The Emotional Aspects of Family-Owned Business Succession (Part 1) – A Guest Blog by Pierre Gauthier

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This is the first of three blogs written for MarchFifteen by our Strategic Partner, Pierre Gauthier, President of Gauthier-Murtada and Partners. Pierre has a wealth of experience working with Family Businesses and is used as a trusted advisor by many organizations in this domain. We appreciate his insights here at MarchFifteen. We also know businesses and industries outside of Family and Independently-Held Businesses can benefit from his perspectives regarding business transfer and transition.


The Emotional Aspects of Family-Owned Business Succession: The Importance 0f Having “Meaningful Conversations” and “Setting the Stage” in the Right Way – PART ONE

By: Pierre Gauthier

I am writing this blog mainly because I want to share my experience and most of all to invite the reader to react to this topic and invite them also to tell a story of their own…

Why this topic?  As an organizational psychologist, I have often been asked to intervene by lawyers, accountants and business consultants and help in ironing out and mediating conflicts of all sorts that arise when family owned businesses initiate some form of transfer of ownership or power. These conflicts are often amongst family members, and often extend to non-family employees. They can sometimes lead to disastrous outcomes if they are not well managed or anticipated. One can say that these emotional issues are often the main reason why family owned businesses have a low success rate when they initiate a transfer of their businesses.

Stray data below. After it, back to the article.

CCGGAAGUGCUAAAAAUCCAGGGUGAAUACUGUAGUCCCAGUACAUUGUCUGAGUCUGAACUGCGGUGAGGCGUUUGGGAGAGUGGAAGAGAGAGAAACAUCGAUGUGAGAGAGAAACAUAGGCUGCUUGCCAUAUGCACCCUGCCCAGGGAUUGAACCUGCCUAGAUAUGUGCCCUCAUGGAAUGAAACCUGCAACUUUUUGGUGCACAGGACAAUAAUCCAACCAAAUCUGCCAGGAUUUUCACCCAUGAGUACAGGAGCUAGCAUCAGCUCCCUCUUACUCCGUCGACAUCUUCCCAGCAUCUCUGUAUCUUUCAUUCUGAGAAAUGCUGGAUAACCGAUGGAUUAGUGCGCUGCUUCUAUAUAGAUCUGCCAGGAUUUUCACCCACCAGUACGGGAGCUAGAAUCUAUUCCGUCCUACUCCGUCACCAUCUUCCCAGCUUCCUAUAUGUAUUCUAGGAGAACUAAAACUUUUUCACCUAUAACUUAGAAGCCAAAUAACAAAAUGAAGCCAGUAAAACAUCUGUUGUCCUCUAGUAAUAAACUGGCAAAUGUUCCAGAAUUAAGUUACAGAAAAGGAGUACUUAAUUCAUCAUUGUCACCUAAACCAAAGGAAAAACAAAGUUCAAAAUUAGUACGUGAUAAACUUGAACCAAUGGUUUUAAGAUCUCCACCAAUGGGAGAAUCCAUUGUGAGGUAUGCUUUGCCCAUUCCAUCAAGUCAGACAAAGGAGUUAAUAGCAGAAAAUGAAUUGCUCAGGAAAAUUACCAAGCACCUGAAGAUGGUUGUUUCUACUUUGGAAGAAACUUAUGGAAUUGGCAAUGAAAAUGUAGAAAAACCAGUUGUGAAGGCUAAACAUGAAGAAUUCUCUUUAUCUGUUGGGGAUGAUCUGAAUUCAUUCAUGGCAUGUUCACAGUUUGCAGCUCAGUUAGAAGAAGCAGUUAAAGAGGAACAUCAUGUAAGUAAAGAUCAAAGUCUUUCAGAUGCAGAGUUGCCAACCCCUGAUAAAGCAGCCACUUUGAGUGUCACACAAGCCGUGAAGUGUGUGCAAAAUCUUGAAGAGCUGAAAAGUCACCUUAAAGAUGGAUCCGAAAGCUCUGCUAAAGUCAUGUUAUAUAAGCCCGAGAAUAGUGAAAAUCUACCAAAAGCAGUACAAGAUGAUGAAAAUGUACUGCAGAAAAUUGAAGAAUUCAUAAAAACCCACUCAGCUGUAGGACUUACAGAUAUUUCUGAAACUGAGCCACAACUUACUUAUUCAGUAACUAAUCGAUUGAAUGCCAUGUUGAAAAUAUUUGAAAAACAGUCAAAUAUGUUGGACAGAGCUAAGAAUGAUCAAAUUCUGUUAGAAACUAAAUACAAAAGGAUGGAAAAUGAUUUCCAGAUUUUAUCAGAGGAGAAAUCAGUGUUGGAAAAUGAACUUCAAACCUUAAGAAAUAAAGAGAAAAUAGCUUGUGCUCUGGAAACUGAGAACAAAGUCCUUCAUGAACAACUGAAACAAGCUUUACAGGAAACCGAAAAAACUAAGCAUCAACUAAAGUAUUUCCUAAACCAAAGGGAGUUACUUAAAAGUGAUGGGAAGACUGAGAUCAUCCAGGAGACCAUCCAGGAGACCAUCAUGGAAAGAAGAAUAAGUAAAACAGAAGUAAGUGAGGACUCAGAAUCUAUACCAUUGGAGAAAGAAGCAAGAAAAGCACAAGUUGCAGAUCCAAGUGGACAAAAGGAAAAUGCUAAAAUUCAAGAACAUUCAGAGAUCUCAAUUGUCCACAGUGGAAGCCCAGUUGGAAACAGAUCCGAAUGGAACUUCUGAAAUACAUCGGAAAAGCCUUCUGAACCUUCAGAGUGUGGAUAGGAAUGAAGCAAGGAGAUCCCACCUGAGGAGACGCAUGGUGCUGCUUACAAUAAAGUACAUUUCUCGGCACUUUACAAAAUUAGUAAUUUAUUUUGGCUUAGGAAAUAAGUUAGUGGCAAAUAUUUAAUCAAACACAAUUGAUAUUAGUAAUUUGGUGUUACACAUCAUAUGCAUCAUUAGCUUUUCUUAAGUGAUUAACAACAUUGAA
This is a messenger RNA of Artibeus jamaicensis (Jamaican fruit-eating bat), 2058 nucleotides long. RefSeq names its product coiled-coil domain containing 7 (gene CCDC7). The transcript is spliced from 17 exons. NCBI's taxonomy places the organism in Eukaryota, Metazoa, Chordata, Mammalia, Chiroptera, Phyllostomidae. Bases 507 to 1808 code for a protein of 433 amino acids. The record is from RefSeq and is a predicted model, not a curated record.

The research shows, that the percentage of family owned businesses that succeed in a smooth transition of ownership drops drastically after the second generation takes over. From founder to the first generation the rate of success is generally around 65%;  it can drop to 40% when the second generation arrives; and go to 19% when the third generation is getting on board. This low success rate is often attributable to unmanaged emotional conflicts and unmanaged expectations between family members as they try to transition management or ownership of their business from one generation to another. The other main reason why we likely witness such low success rates has to do with poor planning and focus during the initial stages of the transfer process.